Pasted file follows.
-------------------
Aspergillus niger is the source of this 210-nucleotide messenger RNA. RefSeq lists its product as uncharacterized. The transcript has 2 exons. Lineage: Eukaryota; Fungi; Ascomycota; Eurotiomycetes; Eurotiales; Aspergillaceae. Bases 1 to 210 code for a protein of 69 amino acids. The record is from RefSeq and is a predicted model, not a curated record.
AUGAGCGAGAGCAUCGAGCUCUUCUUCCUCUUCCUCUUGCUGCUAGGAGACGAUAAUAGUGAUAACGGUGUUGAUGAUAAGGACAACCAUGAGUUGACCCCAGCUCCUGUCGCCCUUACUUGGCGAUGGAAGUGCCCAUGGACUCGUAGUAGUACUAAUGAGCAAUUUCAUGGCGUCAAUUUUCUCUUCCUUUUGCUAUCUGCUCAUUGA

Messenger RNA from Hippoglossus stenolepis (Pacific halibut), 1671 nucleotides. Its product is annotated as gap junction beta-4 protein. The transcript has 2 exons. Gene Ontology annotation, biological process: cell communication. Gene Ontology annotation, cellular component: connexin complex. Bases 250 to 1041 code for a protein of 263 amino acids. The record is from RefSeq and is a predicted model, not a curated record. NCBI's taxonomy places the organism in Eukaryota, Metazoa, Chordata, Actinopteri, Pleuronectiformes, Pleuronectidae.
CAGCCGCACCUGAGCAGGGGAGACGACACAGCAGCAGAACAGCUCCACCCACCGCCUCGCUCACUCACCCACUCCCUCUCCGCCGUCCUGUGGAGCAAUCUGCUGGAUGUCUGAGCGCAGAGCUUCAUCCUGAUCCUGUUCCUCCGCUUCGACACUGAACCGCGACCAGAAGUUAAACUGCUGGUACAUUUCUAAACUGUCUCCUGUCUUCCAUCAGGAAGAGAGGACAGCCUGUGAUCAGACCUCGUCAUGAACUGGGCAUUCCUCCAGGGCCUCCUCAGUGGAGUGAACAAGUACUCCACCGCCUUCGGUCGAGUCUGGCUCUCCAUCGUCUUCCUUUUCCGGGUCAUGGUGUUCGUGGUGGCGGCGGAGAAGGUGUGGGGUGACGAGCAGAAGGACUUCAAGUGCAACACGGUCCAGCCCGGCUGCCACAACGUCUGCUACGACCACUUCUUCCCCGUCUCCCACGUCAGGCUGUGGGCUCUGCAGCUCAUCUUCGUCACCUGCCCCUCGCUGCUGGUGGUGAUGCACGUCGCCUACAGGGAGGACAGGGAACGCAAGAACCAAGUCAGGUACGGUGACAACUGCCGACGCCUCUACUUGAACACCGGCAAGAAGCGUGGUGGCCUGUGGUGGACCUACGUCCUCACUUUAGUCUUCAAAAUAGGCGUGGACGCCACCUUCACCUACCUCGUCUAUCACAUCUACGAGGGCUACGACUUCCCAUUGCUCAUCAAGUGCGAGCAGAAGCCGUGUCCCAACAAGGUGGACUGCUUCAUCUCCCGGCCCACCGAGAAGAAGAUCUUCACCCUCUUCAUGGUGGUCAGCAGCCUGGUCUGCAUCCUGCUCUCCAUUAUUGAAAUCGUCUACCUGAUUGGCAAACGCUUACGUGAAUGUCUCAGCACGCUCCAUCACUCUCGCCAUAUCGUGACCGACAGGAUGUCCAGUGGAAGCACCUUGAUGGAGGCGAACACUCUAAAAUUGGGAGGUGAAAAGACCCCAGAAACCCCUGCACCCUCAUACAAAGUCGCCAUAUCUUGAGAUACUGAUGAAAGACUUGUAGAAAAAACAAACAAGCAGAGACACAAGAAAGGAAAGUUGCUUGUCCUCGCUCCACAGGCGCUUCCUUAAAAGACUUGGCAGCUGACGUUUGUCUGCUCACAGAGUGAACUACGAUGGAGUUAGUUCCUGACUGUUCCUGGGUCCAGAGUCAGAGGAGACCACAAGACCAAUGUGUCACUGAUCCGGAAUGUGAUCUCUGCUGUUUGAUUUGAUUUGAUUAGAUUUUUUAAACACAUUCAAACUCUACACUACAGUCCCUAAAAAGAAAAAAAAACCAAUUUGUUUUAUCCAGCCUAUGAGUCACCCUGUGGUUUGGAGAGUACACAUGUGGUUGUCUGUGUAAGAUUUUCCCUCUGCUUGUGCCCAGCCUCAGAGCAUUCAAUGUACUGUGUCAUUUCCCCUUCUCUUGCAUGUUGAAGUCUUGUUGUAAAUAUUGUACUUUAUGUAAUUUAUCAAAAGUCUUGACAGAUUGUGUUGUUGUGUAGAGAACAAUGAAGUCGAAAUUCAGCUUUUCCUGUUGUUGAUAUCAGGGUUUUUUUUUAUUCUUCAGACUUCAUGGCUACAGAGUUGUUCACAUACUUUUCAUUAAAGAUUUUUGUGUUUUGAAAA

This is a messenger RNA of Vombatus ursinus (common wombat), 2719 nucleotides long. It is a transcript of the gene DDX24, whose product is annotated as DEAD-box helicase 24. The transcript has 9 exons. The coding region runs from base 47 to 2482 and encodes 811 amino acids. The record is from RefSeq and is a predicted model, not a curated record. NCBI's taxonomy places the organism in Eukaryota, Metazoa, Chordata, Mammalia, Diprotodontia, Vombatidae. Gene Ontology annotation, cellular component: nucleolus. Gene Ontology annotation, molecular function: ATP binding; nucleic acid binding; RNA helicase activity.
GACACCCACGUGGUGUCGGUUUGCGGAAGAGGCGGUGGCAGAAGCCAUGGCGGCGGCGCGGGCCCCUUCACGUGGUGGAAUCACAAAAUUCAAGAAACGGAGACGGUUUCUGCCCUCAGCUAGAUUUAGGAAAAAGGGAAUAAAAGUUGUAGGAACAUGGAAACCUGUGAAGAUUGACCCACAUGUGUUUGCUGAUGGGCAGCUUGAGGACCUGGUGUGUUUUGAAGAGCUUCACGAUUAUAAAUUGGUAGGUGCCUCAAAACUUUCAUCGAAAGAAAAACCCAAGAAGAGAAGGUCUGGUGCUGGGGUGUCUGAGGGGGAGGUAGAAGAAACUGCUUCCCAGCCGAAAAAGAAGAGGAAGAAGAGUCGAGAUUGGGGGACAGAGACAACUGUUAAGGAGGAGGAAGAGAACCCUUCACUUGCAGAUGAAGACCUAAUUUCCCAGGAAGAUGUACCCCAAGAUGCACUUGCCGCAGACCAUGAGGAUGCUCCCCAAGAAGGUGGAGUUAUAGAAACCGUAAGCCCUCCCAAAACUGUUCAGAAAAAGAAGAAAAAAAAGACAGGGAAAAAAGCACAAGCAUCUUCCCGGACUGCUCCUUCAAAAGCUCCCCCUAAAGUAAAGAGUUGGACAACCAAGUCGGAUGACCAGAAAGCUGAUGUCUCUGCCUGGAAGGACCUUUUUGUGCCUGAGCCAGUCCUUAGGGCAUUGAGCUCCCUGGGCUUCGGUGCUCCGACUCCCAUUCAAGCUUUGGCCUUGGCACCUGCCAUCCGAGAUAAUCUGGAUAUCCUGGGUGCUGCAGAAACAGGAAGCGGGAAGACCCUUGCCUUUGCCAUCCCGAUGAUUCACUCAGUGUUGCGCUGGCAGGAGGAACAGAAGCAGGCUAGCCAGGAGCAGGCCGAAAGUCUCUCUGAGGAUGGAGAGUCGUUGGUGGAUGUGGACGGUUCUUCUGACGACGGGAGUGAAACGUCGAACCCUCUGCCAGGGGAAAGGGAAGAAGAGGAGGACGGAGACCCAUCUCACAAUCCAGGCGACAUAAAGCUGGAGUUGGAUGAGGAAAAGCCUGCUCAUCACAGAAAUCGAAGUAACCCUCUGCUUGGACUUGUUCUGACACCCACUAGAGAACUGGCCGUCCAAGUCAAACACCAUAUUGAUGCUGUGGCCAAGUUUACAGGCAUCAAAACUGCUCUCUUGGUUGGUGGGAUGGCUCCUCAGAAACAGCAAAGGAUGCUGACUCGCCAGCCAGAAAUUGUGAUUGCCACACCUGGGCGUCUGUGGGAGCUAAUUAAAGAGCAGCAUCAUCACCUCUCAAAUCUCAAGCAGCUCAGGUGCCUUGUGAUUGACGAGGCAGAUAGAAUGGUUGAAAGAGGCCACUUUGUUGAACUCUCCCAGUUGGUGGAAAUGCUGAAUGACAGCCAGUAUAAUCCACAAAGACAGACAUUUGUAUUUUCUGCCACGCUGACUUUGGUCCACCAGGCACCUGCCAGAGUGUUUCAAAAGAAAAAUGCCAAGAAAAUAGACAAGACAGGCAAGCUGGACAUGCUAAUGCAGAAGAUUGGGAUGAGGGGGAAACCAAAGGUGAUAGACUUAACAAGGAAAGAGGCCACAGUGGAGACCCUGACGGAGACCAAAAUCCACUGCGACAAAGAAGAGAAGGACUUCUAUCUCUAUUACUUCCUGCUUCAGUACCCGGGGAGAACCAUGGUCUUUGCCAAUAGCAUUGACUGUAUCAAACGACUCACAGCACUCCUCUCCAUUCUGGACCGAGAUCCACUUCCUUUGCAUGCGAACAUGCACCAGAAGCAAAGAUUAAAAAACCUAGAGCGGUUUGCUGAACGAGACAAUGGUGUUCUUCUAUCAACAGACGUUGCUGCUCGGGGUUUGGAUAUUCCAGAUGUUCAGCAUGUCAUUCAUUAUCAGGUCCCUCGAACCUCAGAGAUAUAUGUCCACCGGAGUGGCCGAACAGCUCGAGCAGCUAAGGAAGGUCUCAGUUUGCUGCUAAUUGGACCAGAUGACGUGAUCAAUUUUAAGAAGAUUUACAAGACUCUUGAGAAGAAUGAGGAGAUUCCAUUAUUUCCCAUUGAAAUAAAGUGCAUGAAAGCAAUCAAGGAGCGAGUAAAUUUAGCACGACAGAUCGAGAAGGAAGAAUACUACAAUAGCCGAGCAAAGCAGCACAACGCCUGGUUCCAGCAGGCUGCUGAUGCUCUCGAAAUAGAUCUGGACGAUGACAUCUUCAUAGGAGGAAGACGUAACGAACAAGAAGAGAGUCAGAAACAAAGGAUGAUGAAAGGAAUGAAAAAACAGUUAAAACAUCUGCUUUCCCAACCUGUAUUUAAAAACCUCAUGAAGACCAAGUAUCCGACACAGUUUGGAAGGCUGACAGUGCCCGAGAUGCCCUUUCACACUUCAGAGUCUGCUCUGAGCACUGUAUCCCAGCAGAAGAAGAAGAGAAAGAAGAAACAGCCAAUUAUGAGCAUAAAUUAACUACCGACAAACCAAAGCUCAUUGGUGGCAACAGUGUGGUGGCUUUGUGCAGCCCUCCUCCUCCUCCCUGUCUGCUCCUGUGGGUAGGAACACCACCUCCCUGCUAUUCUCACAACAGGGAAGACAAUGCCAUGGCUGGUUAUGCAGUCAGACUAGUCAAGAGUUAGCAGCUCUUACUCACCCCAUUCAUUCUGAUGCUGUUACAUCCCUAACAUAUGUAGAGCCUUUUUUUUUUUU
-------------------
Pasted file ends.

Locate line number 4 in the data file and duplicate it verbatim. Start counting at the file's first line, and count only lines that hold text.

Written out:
CAGCCGCACCUGAGCAGGGGAGACGACACAGCAGCAGAACAGCUCCACCCACCGCCUCGCUCACUCACCCACUCCCUCUCCGCCGUCCUGUGGAGCAAUCUGCUGGAUGUCUGAGCGCAGAGCUUCAUCCUGAUCCUGUUCCUCCGCUUCGACACUGAACCGCGACCAGAAGUUAAACUGCUGGUACAUUUCUAAACUGUCUCCUGUCUUCCAUCAGGAAGAGAGGACAGCCUGUGAUCAGACCUCGUCAUGAACUGGGCAUUCCUCCAGGGCCUCCUCAGUGGAGUGAACAAGUACUCCACCGCCUUCGGUCGAGUCUGGCUCUCCAUCGUCUUCCUUUUCCGGGUCAUGGUGUUCGUGGUGGCGGCGGAGAAGGUGUGGGGUGACGAGCAGAAGGACUUCAAGUGCAACACGGUCCAGCCCGGCUGCCACAACGUCUGCUACGACCACUUCUUCCCCGUCUCCCACGUCAGGCUGUGGGCUCUGCAGCUCAUCUUCGUCACCUGCCCCUCGCUGCUGGUGGUGAUGCACGUCGCCUACAGGGAGGACAGGGAACGCAAGAACCAAGUCAGGUACGGUGACAACUGCCGACGCCUCUACUUGAACACCGGCAAGAAGCGUGGUGGCCUGUGGUGGACCUACGUCCUCACUUUAGUCUUCAAAAUAGGCGUGGACGCCACCUUCACCUACCUCGUCUAUCACAUCUACGAGGGCUACGACUUCCCAUUGCUCAUCAAGUGCGAGCAGAAGCCGUGUCCCAACAAGGUGGACUGCUUCAUCUCCCGGCCCACCGAGAAGAAGAUCUUCACCCUCUUCAUGGUGGUCAGCAGCCUGGUCUGCAUCCUGCUCUCCAUUAUUGAAAUCGUCUACCUGAUUGGCAAACGCUUACGUGAAUGUCUCAGCACGCUCCAUCACUCUCGCCAUAUCGUGACCGACAGGAUGUCCAGUGGAAGCACCUUGAUGGAGGCGAACACUCUAAAAUUGGGAGGUGAAAAGACCCCAGAAACCCCUGCACCCUCAUACAAAGUCGCCAUAUCUUGAGAUACUGAUGAAAGACUUGUAGAAAAAACAAACAAGCAGAGACACAAGAAAGGAAAGUUGCUUGUCCUCGCUCCACAGGCGCUUCCUUAAAAGACUUGGCAGCUGACGUUUGUCUGCUCACAGAGUGAACUACGAUGGAGUUAGUUCCUGACUGUUCCUGGGUCCAGAGUCAGAGGAGACCACAAGACCAAUGUGUCACUGAUCCGGAAUGUGAUCUCUGCUGUUUGAUUUGAUUUGAUUAGAUUUUUUAAACACAUUCAAACUCUACACUACAGUCCCUAAAAAGAAAAAAAAACCAAUUUGUUUUAUCCAGCCUAUGAGUCACCCUGUGGUUUGGAGAGUACACAUGUGGUUGUCUGUGUAAGAUUUUCCCUCUGCUUGUGCCCAGCCUCAGAGCAUUCAAUGUACUGUGUCAUUUCCCCUUCUCUUGCAUGUUGAAGUCUUGUUGUAAAUAUUGUACUUUAUGUAAUUUAUCAAAAGUCUUGACAGAUUGUGUUGUUGUGUAGAGAACAAUGAAGUCGAAAUUCAGCUUUUCCUGUUGUUGAUAUCAGGGUUUUUUUUUAUUCUUCAGACUUCAUGGCUACAGAGUUGUUCACAUACUUUUCAUUAAAGAUUUUUGUGUUUUGAAAA